TSA: How did Banjo and Kazooie end up in the game? Did Microsoft approach you guys or was it the other way around? Were Rare involved with the characters?
SL: Early on SEGA visited the platform holders and suggested including a platform exclusive character for each. The ones who got most excited were Microsoft. Although we’d only looked at putting the Avatars, it was suggested we work with Rare to include Banjo.
TSA: How were Rare involved with the characters?
SL: Rare were fantastic, they designed the car, provided us with models, VO and music, plus style wise, he also fitted within the game.
TSA: What are the chances of a classic Sony favourite eventually making their way into a kart?
SL: Well we also approached Sony, but there it’s a case of classic bad timing, all the studios we’d like to use a character from were unfortunately very busy making their own games. Of course, we can never say never, but you’d need to ask SEGA that question!
TSA: How were the demos received? How important is it to get a demo out of your games before release?
SL: I think in our case it was good to get the game in front of people so they could give a go, especially as it’s a rare example of a more cartoony game for the next-gen audience. No grey rainy skies and space marines here!
TSA: What was the reception to the DS version, which actually offers some brilliant gameplay without compromising the look and feel of the game?
SL: I’m really proud of what we achieved on the DS too, we do our best to ensure the DS version gets as much love and detail as the more powerful machines, and I hope that everyone gives it a go, especially as you can get a demo for free from the Nintendo Channel.
TSA: Who’s idea was it to offer the ‘unlock’ DLC for the Xbox 360, and will we see something similar on the PS3?
SL: This was an idea put forward by SEGA. Basically one of the guys had been playing Burnout on PS3, and then wanted to play on his 360 with some friends. He had the option to either spend a lot of time unlocking content to play with, or he could opt instead to buy a cheap unlock from Live and jump right in with everything available.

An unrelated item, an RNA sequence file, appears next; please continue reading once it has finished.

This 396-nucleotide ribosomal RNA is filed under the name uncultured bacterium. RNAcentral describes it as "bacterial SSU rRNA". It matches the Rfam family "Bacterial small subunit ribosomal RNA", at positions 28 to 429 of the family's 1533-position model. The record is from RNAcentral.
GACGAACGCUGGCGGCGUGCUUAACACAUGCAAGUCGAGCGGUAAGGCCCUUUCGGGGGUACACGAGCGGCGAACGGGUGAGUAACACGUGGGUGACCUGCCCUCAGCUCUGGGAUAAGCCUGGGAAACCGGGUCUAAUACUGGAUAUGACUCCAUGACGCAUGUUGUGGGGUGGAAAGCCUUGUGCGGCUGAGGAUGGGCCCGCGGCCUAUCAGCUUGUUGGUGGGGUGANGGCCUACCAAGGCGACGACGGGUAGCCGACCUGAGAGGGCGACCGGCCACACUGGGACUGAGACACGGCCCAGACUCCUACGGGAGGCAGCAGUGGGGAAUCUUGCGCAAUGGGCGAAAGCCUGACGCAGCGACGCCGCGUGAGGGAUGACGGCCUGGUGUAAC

I know sometimes gamers look on these things unfavorably, but at the end of the day, it’s there if you want it, if you don’t, then leave it.
TSA: Are you aware of the time trial cheats currently making their way around YouTube, and if so, what are your plans to remove the erroneous times from the leaderboards?
SL: Yeah, I keep a close eye on the community so I spotted this fairly quickly. We’re looking into it now with SEGA, so watch this space!
TSA: Who’s your favourite racer in the game?
SL: Oh that’s tough. I generally lean towards Big the Cat. He’s not the fastest, or the easiest character to pick, but we had so much fun with the animations, and the All-Star move still makes me laugh to this day. Getting knocked about and at the back off the pack? Watch out, here comes FROGGY!
We thank Steve for his time in answering our questions and SEGA Europe for making it all possible. Sonic and SEGA All-Stars Racing is out now, and is well worth a look for fans of kart racing, regardless of whether you’re a big fan of the classic SEGA franchises used in the game. If you are, you’ll already have it!